Sanaa , Yemen – Tired of months of war, air raids and shortages of food and fuel, some Yemenis are turning to comedy to take their minds off the turmoil in their country.
For two nights last week, a group of young Yemenis organised an event called “Comedy of War” in Sanaa in which amateur comedians took to the stage to perform stand-up routines, sketches and songs.
Among the favourite jokes were punchlines about electricity outages and petrol queues.
About 600 people turned up on the first night, packing the tiny venue and forcing the organisers to move to a large hall in central Sanaa for the second show on Friday. That evening, the comedians and actors played to an audience of more than 1,000.
Fuad Al Ga’adi, one of the organisers, said the purpose of the event was to provide pure enjoyment to those attending.
“We want to bring the smile back to the faces of the audience, to say that even if this is during a war, there are still positive things,” said the 27-year-old photographer.
“Conditions became so bad in Yemen, and Sanaa’s residents felt nothing optimistic about what is happening, so we decided to create an event, which can create a new atmosphere.”
As the performance got under way, the audience started to laugh about their predicament, and the mood around the venue immediately lifted, Mr Al Ga’adi said.
As the Arab world’s poorest nation and the centre of an Al Qaeda insurgency, Yemen was already deeply unstable when Houthi rebels from the country’s north took over the capital in September before surging southwards to Aden and driving the president and his government into exile.
A Saudi-led campaign of airstrikes against the rebels began in March, to drive the militants from power.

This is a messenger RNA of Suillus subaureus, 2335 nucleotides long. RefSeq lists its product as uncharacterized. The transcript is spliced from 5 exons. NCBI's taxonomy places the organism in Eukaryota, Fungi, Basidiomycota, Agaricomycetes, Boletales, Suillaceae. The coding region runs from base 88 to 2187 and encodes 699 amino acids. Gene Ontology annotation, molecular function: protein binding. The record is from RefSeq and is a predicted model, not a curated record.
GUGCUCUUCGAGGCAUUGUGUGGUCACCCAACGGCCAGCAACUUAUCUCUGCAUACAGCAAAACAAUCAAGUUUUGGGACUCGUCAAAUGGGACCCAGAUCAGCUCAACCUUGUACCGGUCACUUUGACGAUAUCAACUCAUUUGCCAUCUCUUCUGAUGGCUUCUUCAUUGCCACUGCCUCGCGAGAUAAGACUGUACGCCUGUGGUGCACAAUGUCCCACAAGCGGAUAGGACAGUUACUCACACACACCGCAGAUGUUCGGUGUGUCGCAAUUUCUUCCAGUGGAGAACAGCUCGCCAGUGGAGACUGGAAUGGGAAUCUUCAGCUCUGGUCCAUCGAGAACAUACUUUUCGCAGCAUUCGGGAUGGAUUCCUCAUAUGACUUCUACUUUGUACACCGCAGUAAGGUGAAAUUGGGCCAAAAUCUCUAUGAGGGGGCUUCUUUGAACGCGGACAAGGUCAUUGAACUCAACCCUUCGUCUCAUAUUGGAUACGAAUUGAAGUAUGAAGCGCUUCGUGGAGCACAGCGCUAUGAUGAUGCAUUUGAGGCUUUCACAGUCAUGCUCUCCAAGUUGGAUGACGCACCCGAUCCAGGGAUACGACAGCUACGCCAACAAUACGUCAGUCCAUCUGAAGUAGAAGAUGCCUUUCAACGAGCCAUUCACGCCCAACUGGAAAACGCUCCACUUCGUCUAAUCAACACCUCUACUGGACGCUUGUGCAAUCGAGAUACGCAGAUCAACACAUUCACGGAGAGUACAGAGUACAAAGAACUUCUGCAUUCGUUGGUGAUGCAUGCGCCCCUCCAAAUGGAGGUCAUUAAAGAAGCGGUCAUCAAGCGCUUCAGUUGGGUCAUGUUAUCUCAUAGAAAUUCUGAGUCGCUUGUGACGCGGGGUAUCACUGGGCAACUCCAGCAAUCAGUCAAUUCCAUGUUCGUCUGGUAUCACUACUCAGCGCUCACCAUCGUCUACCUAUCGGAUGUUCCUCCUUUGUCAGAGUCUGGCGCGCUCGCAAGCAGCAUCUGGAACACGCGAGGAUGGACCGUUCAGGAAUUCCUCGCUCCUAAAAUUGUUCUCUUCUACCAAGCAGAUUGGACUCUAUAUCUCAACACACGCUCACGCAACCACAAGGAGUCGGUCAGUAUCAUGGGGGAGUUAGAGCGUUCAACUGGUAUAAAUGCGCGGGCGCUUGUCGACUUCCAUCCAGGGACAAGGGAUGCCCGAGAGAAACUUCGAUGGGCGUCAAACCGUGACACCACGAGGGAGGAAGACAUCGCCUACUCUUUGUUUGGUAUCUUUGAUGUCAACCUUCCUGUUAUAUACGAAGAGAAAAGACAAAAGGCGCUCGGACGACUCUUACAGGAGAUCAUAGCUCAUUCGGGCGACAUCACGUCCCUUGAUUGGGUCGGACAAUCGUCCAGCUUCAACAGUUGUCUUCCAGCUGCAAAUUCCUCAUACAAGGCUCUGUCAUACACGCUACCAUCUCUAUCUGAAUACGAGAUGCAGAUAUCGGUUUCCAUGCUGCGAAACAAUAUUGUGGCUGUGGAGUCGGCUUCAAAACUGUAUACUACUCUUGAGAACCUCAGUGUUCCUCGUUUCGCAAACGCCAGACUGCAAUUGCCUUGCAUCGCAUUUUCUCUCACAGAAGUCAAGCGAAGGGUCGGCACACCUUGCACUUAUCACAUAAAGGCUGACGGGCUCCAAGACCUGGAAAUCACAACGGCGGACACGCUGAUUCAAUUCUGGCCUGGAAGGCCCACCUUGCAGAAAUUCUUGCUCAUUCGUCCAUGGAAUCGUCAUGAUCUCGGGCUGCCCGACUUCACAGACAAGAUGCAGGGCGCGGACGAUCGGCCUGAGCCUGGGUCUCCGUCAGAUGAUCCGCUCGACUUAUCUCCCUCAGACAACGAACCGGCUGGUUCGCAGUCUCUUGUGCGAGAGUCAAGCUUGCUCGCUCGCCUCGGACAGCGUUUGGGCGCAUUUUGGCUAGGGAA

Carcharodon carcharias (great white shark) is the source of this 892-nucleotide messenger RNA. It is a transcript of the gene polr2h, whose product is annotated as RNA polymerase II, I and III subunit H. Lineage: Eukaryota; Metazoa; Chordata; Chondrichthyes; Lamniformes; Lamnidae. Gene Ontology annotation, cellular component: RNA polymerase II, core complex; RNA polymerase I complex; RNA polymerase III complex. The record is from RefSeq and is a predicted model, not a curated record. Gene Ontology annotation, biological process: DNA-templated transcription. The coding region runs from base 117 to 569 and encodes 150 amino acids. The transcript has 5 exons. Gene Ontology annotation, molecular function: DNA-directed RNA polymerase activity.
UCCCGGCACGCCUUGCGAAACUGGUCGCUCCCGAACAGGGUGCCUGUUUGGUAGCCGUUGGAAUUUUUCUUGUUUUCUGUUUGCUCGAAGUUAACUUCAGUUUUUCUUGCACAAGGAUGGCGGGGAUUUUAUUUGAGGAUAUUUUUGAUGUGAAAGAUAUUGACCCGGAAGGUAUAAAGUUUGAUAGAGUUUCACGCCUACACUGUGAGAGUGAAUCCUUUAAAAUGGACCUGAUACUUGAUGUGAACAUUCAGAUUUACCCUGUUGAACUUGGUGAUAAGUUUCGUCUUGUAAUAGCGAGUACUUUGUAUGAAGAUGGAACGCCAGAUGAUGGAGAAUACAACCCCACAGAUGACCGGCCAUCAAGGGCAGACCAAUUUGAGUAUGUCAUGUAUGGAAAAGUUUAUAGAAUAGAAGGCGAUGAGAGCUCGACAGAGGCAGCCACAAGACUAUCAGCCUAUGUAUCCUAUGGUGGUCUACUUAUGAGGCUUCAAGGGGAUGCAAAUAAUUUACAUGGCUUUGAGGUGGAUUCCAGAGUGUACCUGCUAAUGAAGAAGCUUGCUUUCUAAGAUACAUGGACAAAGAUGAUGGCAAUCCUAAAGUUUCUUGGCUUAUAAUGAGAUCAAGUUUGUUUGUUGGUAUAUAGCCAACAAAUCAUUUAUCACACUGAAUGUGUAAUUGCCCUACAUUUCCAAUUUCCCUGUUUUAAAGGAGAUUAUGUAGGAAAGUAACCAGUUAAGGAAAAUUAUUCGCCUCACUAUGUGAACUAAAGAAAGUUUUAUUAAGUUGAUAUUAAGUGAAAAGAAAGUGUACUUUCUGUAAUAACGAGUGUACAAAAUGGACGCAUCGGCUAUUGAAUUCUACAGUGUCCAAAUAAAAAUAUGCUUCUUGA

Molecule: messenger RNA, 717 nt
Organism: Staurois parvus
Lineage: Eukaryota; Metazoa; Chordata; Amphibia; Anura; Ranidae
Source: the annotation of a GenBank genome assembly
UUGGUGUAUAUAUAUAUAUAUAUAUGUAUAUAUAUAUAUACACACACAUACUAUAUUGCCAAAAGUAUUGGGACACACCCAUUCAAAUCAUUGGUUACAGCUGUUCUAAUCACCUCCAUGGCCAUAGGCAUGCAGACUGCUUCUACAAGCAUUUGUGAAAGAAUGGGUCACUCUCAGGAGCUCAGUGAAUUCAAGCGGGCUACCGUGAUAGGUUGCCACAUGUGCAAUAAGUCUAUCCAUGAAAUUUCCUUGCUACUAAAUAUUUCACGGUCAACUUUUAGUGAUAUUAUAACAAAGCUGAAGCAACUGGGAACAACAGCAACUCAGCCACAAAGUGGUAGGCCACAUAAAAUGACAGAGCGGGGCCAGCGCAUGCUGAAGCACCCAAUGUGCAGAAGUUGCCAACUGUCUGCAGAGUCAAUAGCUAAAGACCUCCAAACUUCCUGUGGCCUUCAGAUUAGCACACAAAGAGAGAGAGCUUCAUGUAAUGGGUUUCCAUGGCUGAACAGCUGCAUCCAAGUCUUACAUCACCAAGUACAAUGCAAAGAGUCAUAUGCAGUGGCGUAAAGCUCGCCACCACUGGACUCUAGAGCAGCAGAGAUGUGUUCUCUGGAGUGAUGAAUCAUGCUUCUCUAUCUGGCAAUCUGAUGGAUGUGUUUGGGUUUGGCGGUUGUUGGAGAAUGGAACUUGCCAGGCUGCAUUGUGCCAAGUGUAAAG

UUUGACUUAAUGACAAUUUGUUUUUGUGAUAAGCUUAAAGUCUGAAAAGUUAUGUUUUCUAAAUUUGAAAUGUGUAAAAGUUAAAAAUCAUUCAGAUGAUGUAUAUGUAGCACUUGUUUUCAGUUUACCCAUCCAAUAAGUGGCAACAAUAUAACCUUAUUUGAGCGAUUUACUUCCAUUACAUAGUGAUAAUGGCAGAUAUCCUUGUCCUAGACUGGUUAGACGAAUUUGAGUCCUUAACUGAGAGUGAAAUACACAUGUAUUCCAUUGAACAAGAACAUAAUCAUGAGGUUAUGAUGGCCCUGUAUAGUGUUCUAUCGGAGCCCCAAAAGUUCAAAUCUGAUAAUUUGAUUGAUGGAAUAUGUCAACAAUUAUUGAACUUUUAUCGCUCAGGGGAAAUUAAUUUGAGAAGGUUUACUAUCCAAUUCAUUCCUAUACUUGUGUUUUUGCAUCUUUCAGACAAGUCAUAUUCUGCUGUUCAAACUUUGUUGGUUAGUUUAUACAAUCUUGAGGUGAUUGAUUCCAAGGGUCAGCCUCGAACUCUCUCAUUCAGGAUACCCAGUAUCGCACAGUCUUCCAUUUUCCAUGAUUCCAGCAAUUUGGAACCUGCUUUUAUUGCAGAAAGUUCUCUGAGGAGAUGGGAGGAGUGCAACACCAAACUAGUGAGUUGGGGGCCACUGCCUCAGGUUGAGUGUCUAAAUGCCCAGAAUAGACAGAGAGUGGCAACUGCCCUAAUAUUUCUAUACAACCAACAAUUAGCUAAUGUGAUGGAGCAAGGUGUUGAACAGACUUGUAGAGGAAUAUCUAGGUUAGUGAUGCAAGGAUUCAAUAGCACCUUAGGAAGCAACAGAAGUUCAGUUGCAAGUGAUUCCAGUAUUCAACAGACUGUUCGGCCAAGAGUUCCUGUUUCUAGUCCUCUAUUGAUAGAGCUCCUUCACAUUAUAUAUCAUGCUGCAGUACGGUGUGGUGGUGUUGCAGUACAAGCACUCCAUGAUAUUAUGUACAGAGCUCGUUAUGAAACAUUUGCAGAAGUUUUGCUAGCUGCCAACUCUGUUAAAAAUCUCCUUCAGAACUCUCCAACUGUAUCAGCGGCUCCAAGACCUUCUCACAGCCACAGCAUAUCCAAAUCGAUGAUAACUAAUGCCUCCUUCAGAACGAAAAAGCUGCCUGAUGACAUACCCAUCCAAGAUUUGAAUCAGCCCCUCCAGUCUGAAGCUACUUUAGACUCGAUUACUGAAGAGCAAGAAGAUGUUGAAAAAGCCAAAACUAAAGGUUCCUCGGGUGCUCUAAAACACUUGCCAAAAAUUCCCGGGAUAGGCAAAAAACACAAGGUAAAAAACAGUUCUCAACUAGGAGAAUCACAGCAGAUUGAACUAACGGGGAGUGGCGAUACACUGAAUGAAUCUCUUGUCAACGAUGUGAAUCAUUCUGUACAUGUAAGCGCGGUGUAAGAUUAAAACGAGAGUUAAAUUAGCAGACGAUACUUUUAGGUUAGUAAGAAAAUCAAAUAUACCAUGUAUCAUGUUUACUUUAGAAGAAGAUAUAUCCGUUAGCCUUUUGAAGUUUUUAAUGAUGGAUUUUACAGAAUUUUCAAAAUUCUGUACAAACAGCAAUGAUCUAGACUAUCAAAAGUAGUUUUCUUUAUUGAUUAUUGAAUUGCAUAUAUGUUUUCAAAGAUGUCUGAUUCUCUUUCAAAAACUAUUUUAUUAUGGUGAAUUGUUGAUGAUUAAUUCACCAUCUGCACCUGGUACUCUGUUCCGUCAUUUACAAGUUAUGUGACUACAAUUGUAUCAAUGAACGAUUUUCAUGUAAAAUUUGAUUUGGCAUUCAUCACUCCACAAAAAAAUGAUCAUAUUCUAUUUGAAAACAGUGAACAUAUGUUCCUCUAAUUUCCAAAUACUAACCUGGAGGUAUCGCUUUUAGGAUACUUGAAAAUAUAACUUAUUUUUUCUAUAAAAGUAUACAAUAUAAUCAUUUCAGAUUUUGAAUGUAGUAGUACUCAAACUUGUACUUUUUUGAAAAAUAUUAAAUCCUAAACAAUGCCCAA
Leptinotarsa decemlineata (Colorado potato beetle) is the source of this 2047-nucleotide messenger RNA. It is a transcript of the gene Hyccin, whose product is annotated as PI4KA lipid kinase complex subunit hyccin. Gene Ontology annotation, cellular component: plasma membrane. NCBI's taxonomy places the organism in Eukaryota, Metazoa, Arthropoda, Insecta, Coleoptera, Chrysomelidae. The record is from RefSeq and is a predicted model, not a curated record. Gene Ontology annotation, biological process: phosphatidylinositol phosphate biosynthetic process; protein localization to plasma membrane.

The conflict has killed more than 1,600 people and displaced close to half a million. Yemenis are also facing chronic shortages of food, fuel and medicine and widespread power outages.
Despite the suffering, those attending the event in Sanaa on Friday left with their spirits lifted.
“The performers were perfect and they make us laugh, but it was just for two days and not all of the people could come to the event,” said Manaf Thiab, a 28-year-old marketing executive who was in the audience with friends.
He said he wished the event could be held every week.
Elsewhere in Yemen, others have similarly turned to performance as an escape from the suffering.
In Al Mukalla in Hadramawt province in the south, residents organised performances of plays and posted them on YouTube with the title “Restoring Hope”, after the Arab military campaign against the Houthis.
The performances were particularly surprising as Al Mukalla has been under the control of Al Qaeda in the Arabian Peninsula since the start of last month.
Abdullah Babakili, a journalist based in Al Mukalla, said the residents in Hadramawt he had spoken to people who liked these plays and followed them on YouTube.
“We cannot change this bad situation in Yemen, that is why in the last resort we try to smile, we need to forget the bad conditions in which we live,” Babakili said.
However, the event in Sanaa did not please everyone, with some complaining that with scores of Yemenis dying, holding a comedy event was not appropriate.
The well known Yemeni comedy actor, Abdulaziz Al Ba’adani, said he did not feel happy to perform during the war.
“I have heart, I feel with other people. Hundreds of Yemeni people are sad nowadays, some lost their friends and others were killed by airstrikes or by random shelling, so it is difficult to laugh while others cry,” Al Ba’adani said.
The actor said he was not against the content of the performances, rather he was against the timing of when they were being held.
On Yemen’s TV channels, there are no comedy shows currently showing, with broadcasts mostly related to the conflict.
Mazen Adel, 25, a Sanaa resident, agreed with Al Ba’adani, that now is not the right time to laugh. “It is anti-social if you are going to laugh in war; we should have the morals of human being and appreciate others.”
Al Ga’adi, however, considers this opposition a healthy response to his group’s efforts.
“For any successful work there should be opponents, and it does not mean that we did a bad thing.”
He said people would begin to accept the idea and start to come to such shows in larger numbers. He is already planning the next one.
“We are determined to bring a smile to the faces of all residents in Sanaa.”
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